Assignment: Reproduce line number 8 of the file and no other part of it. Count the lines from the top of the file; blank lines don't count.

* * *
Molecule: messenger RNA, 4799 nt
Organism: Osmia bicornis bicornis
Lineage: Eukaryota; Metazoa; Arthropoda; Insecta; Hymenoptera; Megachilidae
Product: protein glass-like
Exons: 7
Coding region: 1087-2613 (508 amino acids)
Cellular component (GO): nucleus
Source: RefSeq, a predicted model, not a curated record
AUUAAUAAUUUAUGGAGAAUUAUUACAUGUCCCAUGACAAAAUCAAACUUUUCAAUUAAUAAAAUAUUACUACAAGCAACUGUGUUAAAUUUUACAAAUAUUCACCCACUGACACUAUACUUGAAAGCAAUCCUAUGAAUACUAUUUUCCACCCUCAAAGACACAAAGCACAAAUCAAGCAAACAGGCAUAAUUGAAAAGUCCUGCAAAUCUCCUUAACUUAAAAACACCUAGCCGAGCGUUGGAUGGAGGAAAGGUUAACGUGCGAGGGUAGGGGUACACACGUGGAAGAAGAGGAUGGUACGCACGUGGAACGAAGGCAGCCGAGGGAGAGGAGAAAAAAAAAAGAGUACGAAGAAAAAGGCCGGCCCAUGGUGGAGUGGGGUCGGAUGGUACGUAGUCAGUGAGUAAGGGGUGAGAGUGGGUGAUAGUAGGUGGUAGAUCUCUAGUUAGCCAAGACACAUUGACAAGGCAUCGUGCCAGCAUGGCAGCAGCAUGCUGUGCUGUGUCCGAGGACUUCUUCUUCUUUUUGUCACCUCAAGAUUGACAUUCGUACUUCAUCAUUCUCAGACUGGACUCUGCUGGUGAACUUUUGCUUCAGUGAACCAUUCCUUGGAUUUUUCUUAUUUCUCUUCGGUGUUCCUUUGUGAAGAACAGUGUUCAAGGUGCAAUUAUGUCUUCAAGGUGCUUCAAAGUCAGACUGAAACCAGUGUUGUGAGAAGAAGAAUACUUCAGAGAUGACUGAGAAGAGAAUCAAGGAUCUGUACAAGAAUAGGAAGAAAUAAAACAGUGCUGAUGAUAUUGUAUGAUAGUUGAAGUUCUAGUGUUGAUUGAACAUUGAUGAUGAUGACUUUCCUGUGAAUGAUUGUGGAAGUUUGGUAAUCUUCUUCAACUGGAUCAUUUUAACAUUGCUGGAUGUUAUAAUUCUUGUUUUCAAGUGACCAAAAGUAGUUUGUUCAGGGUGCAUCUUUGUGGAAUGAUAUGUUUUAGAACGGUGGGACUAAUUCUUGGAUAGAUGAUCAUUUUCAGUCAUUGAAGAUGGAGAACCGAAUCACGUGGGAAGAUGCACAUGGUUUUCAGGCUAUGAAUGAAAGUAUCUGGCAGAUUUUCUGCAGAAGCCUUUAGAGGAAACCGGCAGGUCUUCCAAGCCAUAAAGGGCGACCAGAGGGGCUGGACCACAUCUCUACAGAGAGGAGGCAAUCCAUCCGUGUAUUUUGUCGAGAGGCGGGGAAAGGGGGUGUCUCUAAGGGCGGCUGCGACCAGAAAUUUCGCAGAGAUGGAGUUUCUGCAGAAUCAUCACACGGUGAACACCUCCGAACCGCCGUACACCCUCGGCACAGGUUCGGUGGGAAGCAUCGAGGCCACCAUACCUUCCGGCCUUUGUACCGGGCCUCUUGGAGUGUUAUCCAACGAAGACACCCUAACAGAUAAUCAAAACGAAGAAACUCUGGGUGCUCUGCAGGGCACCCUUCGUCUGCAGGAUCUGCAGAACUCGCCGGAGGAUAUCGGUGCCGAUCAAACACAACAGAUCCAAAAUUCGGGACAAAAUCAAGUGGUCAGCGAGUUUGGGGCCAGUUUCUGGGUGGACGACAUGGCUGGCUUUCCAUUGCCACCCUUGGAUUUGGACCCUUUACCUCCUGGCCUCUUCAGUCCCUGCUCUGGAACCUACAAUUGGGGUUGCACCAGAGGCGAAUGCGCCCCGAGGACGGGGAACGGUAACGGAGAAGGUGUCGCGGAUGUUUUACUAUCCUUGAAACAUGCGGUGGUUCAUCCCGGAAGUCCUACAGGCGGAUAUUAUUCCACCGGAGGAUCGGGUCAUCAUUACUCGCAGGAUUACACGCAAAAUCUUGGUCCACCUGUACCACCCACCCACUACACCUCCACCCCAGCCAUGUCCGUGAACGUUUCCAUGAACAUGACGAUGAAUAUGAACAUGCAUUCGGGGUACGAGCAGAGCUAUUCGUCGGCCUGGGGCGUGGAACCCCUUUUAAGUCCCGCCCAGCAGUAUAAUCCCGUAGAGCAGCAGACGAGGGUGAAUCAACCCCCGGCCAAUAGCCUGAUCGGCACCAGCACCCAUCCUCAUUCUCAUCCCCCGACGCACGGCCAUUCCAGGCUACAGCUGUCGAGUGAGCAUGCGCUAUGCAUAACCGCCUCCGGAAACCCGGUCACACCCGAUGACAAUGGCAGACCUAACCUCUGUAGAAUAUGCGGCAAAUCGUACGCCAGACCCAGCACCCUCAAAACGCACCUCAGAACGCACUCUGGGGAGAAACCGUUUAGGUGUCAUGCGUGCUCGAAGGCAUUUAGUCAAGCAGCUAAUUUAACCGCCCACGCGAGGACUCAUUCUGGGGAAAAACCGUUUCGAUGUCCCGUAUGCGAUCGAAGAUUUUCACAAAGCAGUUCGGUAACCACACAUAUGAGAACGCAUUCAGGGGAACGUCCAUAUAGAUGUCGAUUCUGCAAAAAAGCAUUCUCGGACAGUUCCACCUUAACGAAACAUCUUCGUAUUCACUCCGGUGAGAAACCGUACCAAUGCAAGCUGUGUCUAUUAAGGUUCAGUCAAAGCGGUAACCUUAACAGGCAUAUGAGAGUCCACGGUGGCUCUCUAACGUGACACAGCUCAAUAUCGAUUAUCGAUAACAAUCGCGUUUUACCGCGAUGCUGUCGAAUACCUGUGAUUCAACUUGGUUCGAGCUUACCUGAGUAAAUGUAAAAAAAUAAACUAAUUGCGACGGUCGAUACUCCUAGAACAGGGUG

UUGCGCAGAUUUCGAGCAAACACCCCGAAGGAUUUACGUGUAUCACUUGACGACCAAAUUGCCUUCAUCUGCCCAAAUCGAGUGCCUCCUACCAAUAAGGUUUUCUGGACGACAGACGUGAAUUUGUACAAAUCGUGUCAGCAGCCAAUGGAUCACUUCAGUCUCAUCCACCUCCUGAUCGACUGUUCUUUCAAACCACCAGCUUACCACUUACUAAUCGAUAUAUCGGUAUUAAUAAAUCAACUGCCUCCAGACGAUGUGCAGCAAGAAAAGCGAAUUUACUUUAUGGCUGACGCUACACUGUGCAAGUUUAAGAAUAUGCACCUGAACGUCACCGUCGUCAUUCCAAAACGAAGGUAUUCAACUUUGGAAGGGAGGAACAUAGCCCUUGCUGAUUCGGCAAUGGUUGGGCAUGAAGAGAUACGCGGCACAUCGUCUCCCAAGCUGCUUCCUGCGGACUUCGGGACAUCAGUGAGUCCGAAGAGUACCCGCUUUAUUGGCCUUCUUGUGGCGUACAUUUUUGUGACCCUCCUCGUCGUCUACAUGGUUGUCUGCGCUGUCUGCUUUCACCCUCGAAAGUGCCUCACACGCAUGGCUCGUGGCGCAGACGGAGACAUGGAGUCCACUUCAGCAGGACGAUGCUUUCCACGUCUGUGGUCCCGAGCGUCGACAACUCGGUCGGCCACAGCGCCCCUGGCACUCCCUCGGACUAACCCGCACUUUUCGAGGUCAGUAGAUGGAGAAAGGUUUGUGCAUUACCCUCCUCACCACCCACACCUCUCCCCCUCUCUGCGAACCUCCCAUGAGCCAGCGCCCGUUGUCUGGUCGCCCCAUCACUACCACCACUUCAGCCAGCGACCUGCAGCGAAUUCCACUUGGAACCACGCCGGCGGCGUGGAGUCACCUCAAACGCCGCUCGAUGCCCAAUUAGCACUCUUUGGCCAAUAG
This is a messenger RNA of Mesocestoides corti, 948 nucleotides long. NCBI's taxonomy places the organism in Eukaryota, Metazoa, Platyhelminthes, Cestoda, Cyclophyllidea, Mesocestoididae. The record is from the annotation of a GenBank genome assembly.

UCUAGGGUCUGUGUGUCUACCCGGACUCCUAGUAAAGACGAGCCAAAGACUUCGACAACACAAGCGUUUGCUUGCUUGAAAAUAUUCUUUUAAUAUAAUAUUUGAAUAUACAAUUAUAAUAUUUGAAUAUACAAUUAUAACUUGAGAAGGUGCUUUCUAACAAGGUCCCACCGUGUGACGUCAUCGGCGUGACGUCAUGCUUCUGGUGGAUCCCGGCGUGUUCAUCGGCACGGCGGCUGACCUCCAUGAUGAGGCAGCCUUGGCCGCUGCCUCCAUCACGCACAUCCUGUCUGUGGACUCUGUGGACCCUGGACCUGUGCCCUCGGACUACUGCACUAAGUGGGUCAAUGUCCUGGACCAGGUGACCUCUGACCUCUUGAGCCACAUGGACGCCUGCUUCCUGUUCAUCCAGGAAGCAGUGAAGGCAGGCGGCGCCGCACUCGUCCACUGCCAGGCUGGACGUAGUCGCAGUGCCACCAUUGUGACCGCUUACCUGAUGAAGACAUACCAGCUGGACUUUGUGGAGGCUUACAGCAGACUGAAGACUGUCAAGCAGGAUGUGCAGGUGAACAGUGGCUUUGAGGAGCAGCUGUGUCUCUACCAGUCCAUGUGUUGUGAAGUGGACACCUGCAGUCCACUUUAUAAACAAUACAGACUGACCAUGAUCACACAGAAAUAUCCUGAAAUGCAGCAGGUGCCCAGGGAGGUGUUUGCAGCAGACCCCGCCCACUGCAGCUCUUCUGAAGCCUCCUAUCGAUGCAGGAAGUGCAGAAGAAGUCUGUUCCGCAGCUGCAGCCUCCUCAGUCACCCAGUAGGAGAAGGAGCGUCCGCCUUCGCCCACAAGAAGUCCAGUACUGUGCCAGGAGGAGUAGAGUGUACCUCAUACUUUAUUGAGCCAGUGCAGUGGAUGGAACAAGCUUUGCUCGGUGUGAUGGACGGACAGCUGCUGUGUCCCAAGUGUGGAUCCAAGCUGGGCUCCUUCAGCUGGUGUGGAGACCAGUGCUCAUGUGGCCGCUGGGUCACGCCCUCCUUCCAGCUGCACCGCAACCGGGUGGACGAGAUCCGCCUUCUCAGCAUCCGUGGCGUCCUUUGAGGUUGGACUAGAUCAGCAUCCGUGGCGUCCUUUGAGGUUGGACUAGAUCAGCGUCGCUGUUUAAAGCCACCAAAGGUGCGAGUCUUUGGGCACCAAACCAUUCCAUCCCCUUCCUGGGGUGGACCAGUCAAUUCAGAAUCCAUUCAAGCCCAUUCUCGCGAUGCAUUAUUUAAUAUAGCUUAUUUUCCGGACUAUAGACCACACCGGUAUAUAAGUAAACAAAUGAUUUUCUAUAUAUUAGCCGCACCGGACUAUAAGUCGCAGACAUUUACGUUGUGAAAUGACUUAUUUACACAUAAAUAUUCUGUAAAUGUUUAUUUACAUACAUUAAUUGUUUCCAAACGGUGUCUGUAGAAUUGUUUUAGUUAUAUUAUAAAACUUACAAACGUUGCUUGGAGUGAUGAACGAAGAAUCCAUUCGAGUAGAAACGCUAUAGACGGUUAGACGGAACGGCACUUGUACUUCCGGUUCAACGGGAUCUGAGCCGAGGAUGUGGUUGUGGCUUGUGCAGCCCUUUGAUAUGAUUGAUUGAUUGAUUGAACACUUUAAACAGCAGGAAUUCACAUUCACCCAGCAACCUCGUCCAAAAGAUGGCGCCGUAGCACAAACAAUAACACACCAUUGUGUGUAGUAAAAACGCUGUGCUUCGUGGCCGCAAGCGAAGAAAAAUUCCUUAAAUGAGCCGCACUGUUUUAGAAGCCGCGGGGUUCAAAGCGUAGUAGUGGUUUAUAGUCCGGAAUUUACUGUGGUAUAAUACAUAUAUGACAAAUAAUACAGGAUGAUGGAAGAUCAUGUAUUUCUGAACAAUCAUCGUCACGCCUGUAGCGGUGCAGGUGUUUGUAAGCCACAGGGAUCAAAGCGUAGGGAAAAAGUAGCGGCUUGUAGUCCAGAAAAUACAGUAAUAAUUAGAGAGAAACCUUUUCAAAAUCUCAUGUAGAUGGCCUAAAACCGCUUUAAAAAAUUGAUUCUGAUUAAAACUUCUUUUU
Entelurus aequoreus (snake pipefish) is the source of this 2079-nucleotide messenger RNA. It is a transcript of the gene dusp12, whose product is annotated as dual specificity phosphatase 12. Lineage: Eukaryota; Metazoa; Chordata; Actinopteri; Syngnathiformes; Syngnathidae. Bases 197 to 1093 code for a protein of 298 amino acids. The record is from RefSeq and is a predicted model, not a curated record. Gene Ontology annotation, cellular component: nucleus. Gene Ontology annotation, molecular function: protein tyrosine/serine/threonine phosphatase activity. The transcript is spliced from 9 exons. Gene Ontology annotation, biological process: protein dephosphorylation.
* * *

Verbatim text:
Source: RefSeq, a predicted model, not a curated record